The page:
What sparked the need for solution specific to hunting for phishing activity, a once very manual/time intensive process?
All too often, the first alert that organizations get about a phishing attempt or campaign is the phishing email itself. That’s definitely not the alerting system you want! PhishEye is designed to help the organization get ahead of phishing attempts, moving from a reactive posture to a preventive one. By identifying domains that are crafted to imitate legitimate domains as soon as they come into existence, PhishEye helps the security team create custom blacklists based specifically on the keywords that matter the most to them–typically their company name or brand names.
How does PhishEye work and who within an enterprise will be using the technology?
Phishing depends on domains, so if you can identify and block the domains in question, you disrupt the attack. PhishEye takes keywords that the user inputs, such as a company domain name or brand name, and generates a list of possible variants of that keyword. The variants include typos (such as domaint00ls, and many other ‘species’ of morphed spelling) and substring inclusions (such as domaintoolsaccount). Then PhishEye searches our database of around 315 million current domains to identify offending domains that exist. Finally, and perhaps most importantly, the user can set up alerts so that they get notified when PhishEye discovers new matching domains. They can take these names and create custom blacklists to deny the phishing traffic, whether that comes in the form of the “from” domain in the phish, or a malicious link, or both. PhishEye users are typically SOC analysts, or security team members who perform “SOC-like functions” in organizations that don’t have a formal SOC.
As cyber criminals become increasingly sophisticated, it seems almost daily that you hear about a “successful” phishing incident. What can and should companies do to mitigate risk (educate staff, leverage solutions, etc.)?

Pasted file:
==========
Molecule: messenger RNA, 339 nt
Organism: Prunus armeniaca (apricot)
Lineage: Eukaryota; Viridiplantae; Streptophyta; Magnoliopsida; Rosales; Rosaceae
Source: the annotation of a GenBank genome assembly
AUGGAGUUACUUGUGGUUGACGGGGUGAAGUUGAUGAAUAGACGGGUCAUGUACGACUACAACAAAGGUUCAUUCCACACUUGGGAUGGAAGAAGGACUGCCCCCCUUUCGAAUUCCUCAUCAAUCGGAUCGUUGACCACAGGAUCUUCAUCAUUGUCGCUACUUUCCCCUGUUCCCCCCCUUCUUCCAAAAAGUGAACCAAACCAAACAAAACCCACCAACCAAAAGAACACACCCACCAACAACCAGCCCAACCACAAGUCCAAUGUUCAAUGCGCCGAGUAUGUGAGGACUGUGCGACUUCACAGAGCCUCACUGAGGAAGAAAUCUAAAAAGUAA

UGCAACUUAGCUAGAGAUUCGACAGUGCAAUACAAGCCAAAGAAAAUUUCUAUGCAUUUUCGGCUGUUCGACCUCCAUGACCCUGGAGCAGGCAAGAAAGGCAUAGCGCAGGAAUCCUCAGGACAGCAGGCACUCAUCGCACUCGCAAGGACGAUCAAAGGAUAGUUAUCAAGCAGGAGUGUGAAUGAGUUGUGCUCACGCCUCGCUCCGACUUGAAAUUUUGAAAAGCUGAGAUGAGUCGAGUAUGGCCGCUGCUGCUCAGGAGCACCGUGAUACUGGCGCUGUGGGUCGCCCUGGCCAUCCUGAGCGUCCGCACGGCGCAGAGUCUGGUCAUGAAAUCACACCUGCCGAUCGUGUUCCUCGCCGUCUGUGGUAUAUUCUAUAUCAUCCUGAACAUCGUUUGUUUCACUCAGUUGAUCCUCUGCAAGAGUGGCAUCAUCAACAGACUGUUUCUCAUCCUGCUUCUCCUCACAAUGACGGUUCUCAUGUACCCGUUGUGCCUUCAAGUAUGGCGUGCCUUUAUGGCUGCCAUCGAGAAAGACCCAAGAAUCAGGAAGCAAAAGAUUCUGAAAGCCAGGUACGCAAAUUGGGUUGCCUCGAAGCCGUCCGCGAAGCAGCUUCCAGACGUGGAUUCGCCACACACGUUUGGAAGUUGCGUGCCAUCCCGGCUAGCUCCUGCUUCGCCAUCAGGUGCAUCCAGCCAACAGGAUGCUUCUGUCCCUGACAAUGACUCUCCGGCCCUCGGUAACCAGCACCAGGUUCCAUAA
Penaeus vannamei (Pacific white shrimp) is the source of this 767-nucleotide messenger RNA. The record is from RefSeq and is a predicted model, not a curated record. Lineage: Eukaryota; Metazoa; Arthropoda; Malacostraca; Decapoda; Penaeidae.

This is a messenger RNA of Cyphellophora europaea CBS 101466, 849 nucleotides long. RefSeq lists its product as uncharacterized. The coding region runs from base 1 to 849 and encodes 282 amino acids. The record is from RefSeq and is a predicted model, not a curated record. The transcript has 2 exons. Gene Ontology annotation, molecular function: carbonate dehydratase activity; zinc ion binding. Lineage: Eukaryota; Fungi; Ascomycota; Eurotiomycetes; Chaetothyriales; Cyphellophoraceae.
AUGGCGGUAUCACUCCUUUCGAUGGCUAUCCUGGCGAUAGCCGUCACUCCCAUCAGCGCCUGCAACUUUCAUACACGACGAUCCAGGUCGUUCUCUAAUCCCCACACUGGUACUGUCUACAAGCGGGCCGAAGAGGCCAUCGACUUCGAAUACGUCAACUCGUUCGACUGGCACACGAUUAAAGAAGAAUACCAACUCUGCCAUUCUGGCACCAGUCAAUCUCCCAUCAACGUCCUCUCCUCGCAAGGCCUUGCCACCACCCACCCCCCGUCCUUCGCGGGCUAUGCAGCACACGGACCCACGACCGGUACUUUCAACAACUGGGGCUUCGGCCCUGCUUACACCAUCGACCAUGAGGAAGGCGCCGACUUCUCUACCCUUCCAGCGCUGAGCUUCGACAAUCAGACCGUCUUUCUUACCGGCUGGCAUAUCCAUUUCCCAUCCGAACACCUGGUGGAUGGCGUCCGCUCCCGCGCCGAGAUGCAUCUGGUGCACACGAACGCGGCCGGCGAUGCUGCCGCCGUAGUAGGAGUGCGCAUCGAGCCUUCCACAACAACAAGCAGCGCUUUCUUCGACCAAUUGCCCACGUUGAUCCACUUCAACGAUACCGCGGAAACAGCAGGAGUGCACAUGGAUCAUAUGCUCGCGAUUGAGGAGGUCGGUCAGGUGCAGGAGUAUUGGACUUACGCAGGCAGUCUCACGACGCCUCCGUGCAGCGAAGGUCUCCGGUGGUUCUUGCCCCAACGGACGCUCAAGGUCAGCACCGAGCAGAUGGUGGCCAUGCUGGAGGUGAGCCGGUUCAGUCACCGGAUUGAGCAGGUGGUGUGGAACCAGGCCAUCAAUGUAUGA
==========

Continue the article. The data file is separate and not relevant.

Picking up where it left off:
It has to be a blend of tools and processes. Education is definitely a key part of this. Organizations should weave security awareness into the very fabric of their culture. It shouldn’t be an add-on. Poorly trained employees can be a real liability, but well-trained ones can be a sensor network that helps the security team discover badness early in its progress. As far as tools go, email and web filters can certainly cut down on the noise, but one of the reasons we think predictive domain-based prevention like PhishEye is so valuable is because many spear phishes/BEC emails are custom-crafted–so they may not be picked up by reputation/blacklist services that rely on observing the emails in the wild, or on heuristics that could miss a one-off, unique email.
What do you believe makes phishing scams so successful and how will this impact business in the next year?
Phishing attacks are a form of social engineering, and they prey on human traits and habits such as pattern recognition (our brains turn close typos into the real thing sometimes), trust (some spearphishers do a lot of homework to create a very convincing impersonation of a colleague or boss), and distraction. That adds up to people clicking things they shouldn’t. And the phishes with the highest potential for single-event harm–BEC or similar targeted spear phishes–are often done very skillfully. Phishers are skilled at evading technological as well as human filtering mechanisms. APWG finds huge increases in the numbers of phishing domains, so it’s clear that attack rates are going to climb. If enterprises’ catch rates don’t increase at a higher rate than the attacks, then the successes will mount. The good news is that I think enterprises have a chance to drive their successful catch rates up through a combination of training, filtering tools, and alerting tools such as PhishEye.
What other types of malicious cyber activity will enterprises be faced with in 2017?
Certainly the familiar strains of malware and non-malware-based attacks will continue. It’s easy (and interesting) to get caught up in extreme hacking techniques like extracting data based on listening to CPU fan speed fluctuations, but it’s the basics, such as phishing, ransomware, botnet-based DDoS, etc., that are likely to cause the most harm. Personally, I’m intrigued by the idea of attacks that are designed to destabilize systems and undermine trust–not by making one big catastrophic strike, but by making a series of small disruptions or anomalies that cause an enterprise to lose trust in the integrity of their systems overall. This could potentially create various kinds of openings for other exploits.